Rain or shine, Jack Borovian awakened at 5 a.m. for months. He might run through the streets of Pleasanton or up and down the Sunol Ridge Trail with his dad before heading off to school.

You might have seen him carrying buckets filled with sand. He might have been lifting weights at the gym.

This time, unlike last year, Jack wanted to make the podium. And he did.

On Dec. 7, the 11-year-old Harvest Park Middle School student placed third in his age group at the 2019 Spartan Kids World Championship obstacle course races at Castaic Lake Recreation Area near Los Angeles. Jack stood on the podium, where he received a plaque, a medal, and was wrapped in the American flag.

"I really like the competition," Jack said recently. "It really gives me a challenge in some of the things they do, like the obstacles. I like to run and do ‘Ninja Warrior’ stuff."

This year marked the second in a row that Jack qualified through first-place finishes in closer-to-home Spartan races in Sacramento, San Jose and Monterey to earn a spot at the World Championship. At 10, it wasn't so easy to compete against boys bigger and older than he, but at age 11, 4 ½ feet tall and 86 pounds, and with another year of intense training, he was ready to try again.

On a cold, rainy Saturday, he found himself among nearly 200 girls and boys from the United States, Canada, Mexico, United Kingdom, Japan, China, Philippines, Singapore, Netherlands, United Arab Emirates, Kuwait and more, Spartan spokesman Jonathan Fine said.

About 45 were in his race, 10- and 11-year-old boys battling each other on a hilly, muddy 2.9-mile course with 26 obstacles, including rope climbs, sandbag carries, a spear throw, tire flips, wall climbs, ring swinging, hurdles, a crawl under low ropes, and a Hercules hoist.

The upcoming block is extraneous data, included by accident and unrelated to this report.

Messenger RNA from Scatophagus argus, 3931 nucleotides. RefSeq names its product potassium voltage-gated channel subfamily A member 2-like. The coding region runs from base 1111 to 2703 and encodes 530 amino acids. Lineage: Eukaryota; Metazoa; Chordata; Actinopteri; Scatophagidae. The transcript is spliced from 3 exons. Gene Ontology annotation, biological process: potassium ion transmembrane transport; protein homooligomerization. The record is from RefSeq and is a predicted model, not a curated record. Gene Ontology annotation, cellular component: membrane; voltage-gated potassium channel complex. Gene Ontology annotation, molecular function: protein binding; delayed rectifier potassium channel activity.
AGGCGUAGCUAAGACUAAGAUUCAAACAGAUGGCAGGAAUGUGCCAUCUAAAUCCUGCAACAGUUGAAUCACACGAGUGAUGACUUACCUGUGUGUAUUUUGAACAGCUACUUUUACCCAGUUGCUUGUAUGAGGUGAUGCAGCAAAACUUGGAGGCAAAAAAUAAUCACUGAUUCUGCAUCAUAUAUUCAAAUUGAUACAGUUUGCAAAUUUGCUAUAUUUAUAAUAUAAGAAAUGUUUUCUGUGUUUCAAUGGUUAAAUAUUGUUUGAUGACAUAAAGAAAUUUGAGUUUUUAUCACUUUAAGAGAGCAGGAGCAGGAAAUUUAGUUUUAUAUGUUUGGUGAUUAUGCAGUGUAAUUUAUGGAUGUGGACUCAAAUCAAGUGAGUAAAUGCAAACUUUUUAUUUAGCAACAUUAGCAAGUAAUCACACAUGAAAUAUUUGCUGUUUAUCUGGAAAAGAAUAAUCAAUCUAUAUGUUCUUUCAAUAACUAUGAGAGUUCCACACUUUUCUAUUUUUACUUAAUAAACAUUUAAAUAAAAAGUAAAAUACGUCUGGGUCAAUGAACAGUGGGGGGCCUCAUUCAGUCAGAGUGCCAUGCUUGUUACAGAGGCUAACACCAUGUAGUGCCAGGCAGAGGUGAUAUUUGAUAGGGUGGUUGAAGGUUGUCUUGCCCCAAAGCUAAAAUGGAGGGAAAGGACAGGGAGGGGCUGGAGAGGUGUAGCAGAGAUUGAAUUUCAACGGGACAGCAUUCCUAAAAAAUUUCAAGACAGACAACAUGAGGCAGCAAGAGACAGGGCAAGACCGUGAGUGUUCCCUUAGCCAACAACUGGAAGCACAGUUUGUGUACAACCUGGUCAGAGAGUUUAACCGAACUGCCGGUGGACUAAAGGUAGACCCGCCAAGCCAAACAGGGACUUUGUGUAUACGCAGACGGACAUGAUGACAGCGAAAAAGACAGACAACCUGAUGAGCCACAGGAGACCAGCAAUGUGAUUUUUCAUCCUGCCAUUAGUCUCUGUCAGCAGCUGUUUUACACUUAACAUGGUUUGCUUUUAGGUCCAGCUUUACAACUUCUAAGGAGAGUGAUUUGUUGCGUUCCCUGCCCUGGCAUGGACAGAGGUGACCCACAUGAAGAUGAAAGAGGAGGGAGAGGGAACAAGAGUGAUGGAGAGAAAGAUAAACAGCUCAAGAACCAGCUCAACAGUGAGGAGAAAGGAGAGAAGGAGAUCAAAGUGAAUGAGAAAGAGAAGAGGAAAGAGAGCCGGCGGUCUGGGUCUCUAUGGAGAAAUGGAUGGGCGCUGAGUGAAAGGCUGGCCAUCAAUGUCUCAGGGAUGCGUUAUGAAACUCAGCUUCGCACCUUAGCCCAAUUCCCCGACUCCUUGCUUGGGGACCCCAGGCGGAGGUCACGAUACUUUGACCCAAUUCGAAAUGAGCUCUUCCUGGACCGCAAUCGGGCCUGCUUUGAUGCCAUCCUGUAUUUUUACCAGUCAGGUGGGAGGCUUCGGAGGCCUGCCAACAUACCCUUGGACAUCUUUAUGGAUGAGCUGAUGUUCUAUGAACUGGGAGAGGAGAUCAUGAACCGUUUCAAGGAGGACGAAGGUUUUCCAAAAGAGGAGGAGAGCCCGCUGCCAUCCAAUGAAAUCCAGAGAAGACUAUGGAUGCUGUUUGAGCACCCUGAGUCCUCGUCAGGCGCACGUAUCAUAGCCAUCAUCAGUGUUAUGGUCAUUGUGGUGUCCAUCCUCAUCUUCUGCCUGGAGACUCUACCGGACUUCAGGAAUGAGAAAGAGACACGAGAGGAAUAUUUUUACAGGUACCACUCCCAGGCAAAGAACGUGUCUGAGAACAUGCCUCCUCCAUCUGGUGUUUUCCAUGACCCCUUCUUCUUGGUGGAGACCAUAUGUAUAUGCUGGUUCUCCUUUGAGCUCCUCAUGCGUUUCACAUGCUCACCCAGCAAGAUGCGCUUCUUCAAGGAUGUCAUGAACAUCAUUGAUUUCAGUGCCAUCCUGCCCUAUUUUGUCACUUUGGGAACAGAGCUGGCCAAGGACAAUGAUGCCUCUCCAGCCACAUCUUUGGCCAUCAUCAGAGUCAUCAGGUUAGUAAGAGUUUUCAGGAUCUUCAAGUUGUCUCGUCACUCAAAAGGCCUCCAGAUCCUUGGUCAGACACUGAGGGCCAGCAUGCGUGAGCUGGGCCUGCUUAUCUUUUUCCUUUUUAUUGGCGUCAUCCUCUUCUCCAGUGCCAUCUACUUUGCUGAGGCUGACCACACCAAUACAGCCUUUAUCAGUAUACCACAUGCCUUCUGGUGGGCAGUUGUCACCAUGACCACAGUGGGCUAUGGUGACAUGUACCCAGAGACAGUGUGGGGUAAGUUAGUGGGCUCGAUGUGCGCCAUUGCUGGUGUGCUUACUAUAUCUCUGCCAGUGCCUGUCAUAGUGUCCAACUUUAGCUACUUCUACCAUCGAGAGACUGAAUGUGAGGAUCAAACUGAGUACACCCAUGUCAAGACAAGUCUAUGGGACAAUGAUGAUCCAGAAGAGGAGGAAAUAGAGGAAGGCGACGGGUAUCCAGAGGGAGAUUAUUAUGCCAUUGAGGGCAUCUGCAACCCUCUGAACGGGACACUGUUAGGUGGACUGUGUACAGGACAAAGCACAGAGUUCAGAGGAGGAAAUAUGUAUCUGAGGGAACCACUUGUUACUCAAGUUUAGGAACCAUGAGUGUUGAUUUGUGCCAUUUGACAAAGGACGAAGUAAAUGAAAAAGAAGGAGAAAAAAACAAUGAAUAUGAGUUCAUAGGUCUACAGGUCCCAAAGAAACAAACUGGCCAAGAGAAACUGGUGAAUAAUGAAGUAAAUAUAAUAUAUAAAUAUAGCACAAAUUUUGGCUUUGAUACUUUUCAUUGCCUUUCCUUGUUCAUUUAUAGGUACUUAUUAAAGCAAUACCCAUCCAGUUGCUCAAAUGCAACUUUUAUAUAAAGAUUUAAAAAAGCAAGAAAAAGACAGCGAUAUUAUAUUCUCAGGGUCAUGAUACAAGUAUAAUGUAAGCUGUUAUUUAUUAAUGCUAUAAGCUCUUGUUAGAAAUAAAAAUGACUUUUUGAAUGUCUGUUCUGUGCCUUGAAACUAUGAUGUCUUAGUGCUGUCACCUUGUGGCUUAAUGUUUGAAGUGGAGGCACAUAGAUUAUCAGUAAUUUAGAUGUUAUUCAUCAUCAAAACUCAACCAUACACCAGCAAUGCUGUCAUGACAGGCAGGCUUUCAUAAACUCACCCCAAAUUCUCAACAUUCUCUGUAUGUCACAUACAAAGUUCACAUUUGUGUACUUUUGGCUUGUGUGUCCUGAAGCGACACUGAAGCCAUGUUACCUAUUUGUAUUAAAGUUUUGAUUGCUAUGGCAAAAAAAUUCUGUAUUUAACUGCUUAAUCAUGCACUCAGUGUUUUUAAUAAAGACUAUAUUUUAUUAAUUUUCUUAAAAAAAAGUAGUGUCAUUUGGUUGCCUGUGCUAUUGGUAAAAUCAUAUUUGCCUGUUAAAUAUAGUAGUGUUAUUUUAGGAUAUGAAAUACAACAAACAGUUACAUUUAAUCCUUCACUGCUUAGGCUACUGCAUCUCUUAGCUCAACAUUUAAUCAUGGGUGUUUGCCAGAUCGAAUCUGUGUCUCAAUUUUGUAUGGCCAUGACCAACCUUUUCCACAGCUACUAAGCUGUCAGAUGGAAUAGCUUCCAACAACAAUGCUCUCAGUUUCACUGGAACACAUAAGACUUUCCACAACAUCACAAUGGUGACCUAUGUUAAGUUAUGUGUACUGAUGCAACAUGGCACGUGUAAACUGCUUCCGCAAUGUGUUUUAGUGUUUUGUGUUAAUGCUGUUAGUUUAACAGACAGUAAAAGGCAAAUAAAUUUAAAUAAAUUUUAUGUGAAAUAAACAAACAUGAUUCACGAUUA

"Every obstacle on the course was gnarly," Jack said.

First, they ran. Jack found himself in fifth place until the racers reached the "through wall," a wall with holes in it to scoot through.

"Once I got through that, I was like in third," he recalled.

"I started drafting the people in front of me. There was a 6-foot wall. I climbed it and I was first after that."

Jack's mom, Catherine Borovian, said he led for the first mile, but had some setbacks. His shoes became stuck in deep mud and he struggled climbing slippery, frozen ropes.

"Still, he was able to overcome mentally and physically to push through a really challenging race to finish in third place with a time of 28:13, and just under a minute from the first-place finisher," his mother said. "Jack also walked away with over $500 in prize gifts."

An 11-year-old boy from Grand Junction, Colo. took first place.

On a recent afternoon, Jack arrived home from school and made himself a healthy snack: Bread with olive oil, yogurt, and a banana. "He's constantly eating," his mom said.

Jack became interested in the obstacle course competition while watching his father compete in triathlons around the world. His mother, a tennis player while a student at Cal State Long Beach, also began competing in triathlons.

"The kids kind of grew up in the constant of, 'Oh, we're going to the races,'" Catherine said. Soon, Jack's dad, Vojta Borovian, wanted to try something new — the adult Spartan races, which also feature events for children. It wasn't long before Jack and his brother Chase, now 9, took part.

"A lot of kids like to be in the mud," Catherine said. "It's a little messy. They love that outdoor activity that gives them freedom."

Worldwide, Fine said, about 200,000 kids in more than 40 countries compete in Spartan events.

Jack also plays soccer and hockey, but his heart is now in obstacle courses.

“It’s fun,” he said. “When I get older, I'm probably going to just do it for fun, unless I get really good at it.”

Although he suggested some of his success is based on simple talent, Jack will continue to train, carrying in the groceries, hiking with heavy buckets, and running up and down stairs. You will never see Jack or his family in an elevator.

"I like about the race that it's hard," Jack said. “That it gives me a challenge."

Parents interested in Spartan events can find information at spartan.com.